Dr. Golder has worked as a hospital pathologist, forensic pathologist and laboratory director. Her work in these fields prompted her to get a law degree, which she used as a malpractice attorney and in a boutique practice of medical law. Her dual degrees led her to work in the field of disability insurance, medical politics, writing and lecturing, and teaching middle school and high school science. She is now retired from these and has embarked on a career as an author.
Norm: Good day Dr. Golder and thanks for participating in our interview.
How did you get started in writing and are you a full-time or part-time writer? If part time, how does that affect your writing?
Dr. Golder: Thanks for having me! I love having the chance to talk about Dying for Revenge and I appreciate your sharing your audience.
I have written technical medical and legal material for years, from a monograph on AIDS law and policy, written in the early days of the epidemic, to chapters in textbooks, to articles in various professional periodicals and newsletters. I started writing lighter fare as a lark, answering a call for ski stories in the Telluride Times Journal. That led to a regular humor column there on owning a second home in the area as well as a column on home-schooling and a book review column for the local paper here in Tennessee. My husband sent a few of those humor columns to an old friend who happens to be a developmental editor and literary agent. She suggested I try fiction and Dying For Revenge was the result. I have to admit to having a secret desire to write the Great American Novel—what reader doesn’t? Dying for Revenge isn’t the Great American Novel, but it’s a very good read.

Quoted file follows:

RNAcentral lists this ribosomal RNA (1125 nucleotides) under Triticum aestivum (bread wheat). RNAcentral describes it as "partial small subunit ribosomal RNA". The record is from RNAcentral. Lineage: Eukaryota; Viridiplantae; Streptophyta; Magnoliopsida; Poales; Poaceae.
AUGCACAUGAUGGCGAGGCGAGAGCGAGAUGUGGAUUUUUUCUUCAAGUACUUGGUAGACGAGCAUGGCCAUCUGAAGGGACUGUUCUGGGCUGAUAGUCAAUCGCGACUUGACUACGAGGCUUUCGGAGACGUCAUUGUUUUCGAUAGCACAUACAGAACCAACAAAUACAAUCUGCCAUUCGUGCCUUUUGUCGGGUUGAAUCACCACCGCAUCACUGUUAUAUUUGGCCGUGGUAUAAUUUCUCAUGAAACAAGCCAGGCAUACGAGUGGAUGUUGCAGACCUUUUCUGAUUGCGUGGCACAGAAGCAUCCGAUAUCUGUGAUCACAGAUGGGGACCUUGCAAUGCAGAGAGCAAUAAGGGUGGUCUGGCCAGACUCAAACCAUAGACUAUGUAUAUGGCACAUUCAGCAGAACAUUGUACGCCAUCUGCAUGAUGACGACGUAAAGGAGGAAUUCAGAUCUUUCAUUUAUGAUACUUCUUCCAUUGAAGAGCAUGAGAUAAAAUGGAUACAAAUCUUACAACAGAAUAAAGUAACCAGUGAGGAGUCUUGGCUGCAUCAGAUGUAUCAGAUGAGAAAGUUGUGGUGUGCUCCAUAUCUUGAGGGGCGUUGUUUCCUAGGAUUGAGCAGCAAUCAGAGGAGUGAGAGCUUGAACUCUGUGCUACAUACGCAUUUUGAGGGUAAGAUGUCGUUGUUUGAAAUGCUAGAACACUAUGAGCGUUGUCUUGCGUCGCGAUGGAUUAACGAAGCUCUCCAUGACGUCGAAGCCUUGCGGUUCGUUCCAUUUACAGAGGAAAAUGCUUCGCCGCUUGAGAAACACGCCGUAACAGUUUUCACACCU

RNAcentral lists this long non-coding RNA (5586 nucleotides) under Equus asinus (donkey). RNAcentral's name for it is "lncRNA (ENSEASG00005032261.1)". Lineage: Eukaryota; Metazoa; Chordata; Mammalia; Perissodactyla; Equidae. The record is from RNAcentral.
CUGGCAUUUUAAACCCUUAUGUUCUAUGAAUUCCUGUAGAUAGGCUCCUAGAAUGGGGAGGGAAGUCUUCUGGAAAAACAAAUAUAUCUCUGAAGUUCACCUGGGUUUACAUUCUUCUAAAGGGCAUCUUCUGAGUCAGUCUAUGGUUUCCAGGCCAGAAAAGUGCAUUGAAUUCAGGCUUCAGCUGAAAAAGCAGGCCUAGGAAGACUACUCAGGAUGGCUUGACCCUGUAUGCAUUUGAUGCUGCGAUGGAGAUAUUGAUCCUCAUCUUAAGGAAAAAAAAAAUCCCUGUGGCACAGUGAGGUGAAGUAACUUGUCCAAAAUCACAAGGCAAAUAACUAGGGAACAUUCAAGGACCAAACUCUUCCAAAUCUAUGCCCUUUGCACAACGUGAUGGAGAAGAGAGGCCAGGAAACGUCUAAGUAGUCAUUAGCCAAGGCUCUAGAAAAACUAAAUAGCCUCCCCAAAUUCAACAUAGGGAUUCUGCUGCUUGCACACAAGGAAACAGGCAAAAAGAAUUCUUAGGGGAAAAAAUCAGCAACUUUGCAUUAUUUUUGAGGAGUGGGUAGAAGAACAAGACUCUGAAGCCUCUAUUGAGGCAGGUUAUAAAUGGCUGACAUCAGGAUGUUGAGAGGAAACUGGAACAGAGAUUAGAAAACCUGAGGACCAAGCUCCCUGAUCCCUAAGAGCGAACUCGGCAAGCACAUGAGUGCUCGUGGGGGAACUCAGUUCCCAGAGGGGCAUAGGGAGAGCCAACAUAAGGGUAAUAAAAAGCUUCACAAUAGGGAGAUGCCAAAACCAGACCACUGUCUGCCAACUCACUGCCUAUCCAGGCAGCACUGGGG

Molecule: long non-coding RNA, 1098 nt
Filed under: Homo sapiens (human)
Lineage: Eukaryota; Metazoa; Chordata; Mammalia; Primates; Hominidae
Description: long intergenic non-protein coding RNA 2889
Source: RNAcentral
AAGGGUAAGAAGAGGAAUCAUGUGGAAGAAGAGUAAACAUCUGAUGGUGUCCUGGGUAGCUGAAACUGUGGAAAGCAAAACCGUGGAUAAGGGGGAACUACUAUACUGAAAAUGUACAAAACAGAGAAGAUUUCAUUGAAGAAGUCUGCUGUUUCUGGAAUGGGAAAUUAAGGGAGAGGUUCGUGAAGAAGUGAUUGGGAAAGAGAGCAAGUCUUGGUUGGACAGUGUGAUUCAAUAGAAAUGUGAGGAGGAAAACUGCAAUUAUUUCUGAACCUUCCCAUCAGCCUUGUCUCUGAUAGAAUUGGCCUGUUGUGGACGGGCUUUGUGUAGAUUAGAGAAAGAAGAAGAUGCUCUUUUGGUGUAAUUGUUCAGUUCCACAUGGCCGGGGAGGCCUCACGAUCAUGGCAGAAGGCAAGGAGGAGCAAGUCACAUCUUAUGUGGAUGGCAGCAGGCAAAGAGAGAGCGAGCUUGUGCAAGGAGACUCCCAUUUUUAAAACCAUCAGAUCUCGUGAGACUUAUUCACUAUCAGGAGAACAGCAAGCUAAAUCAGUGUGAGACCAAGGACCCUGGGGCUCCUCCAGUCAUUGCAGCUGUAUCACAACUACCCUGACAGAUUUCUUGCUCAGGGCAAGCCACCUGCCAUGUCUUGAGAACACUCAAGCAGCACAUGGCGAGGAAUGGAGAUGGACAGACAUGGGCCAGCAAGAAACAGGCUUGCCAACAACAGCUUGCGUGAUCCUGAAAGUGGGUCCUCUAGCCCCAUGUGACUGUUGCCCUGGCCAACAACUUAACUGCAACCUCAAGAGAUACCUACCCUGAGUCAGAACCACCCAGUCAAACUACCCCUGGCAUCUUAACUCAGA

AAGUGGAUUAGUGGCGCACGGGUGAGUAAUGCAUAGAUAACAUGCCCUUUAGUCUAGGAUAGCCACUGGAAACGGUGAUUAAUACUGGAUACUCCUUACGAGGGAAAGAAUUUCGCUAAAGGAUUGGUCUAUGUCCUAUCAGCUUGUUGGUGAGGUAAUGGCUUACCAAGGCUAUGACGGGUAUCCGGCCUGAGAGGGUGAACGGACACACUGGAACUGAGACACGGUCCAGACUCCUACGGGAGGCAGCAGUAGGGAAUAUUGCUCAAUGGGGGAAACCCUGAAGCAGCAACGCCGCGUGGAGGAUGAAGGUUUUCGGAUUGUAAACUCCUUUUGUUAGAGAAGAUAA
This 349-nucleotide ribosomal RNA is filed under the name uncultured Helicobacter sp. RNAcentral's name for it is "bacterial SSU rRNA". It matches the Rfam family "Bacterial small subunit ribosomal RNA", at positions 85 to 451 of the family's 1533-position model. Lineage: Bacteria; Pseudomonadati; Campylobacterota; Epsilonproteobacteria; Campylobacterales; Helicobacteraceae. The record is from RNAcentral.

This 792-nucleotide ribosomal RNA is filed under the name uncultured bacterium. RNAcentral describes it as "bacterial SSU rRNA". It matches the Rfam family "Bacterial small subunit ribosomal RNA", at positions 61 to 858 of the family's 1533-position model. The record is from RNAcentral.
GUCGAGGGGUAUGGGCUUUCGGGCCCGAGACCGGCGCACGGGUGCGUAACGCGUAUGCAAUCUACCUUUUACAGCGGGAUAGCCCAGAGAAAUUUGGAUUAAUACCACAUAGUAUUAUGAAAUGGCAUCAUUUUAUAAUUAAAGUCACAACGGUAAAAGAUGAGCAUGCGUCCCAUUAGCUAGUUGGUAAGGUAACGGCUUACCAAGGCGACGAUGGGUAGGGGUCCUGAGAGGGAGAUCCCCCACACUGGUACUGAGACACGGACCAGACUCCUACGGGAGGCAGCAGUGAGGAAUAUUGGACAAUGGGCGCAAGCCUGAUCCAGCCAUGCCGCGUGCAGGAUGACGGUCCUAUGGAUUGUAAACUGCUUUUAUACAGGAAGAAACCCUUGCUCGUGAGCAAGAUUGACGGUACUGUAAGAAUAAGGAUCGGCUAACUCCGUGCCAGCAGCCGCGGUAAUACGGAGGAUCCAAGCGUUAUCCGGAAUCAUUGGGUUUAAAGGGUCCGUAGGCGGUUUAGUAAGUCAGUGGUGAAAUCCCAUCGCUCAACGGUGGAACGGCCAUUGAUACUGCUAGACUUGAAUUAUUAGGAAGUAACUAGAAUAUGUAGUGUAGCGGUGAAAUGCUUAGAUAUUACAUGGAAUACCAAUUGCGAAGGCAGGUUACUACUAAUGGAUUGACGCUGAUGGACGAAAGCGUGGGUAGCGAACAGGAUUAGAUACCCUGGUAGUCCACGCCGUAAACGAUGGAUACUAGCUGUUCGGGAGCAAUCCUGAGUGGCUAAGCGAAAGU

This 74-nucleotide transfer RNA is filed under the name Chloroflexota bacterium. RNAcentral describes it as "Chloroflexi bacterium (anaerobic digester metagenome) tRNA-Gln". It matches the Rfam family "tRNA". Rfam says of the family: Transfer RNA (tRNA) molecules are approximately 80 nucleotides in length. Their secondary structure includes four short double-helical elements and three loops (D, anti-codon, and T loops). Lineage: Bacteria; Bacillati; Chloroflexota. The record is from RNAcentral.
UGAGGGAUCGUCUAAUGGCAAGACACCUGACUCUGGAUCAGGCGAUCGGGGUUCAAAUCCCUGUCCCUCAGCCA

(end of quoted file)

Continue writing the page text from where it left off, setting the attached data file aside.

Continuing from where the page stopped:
Until this last year I was a "nights and weekend" writer—thanks to my husband for putting up with that-- but now it's more full time.
Dr. Golder: I really love mysteries but they rarely explore what happens to the human spirit in the face of sudden, violent death. I wanted to write a book with that in mind. As a medical examiner, I dealt with that aspect a lot and it intrigued me that it was so absent from the conventional murder mystery. So this is a two-level mystery—the “whodunit” part and the “what happened to everyone else” part.
Norm: What were your goals and intentions in this book, and how well do you feel you achieved them?
Dr. Golder: I had so many goals! First of course was to see the book in print and well received--doesn't every writer want that? I wanted to write a compelling mystery. I think I did that. But I also wanted to have a story within the story about human relationship-- that was the tricky part. I think I managed that as well, but that’s really up to the reader to decide.
Norm: What are some of the references that you used while researching this book?
Dr. Golder: I lived the life of a medical examiner, so there was little research I needed to do in that area. I have a second home in the Telluride area so that was familiar. Research was mostly on details that were fuzzy to me--like robotic surgery, or checking things I recalled from memory. I had a lot of first-readers who kept tabs on me—that helped enormously.
Norm: In fiction as well as in non-fiction, writers very often take liberties with their material to tell a good story or make a point. But how much is too much?
Dr. Golder: I think it is too much when the reader is no longer willing to accept the "stretch." There is, I think, a tacit agreement that the tale and details have to work even if they are technically implausible. In my book, for example, I had to rearrange some geography for purposes of making the details believable. I think readers can forgive that. I hope I did not stretch anything too far.
Dr. Golder: I am a firm believer in "time in chair" writing-- just being disciplined to do it. When I write, I take time to settle myself with prayer and reflection first, and I have been known to light candles or incense. Once I get started, I disappear into the work and it--the writing--overtakes me. And music helps. I practically wore out Windham Hill’s Thanksgiving album when I was writing; it seemed to provide a good backdrop for my thoughts.
Reading back is hard for me. I generally wait a day or two so it is not so familiar and I don’t “read in” things that are not there. And I am the worst proof-reader ever. I generally see mistakes only after I hit “send.”
Norm: How did you go about creating the character of Dr. Jane Wallace in your debut novel and is there much of you in the character?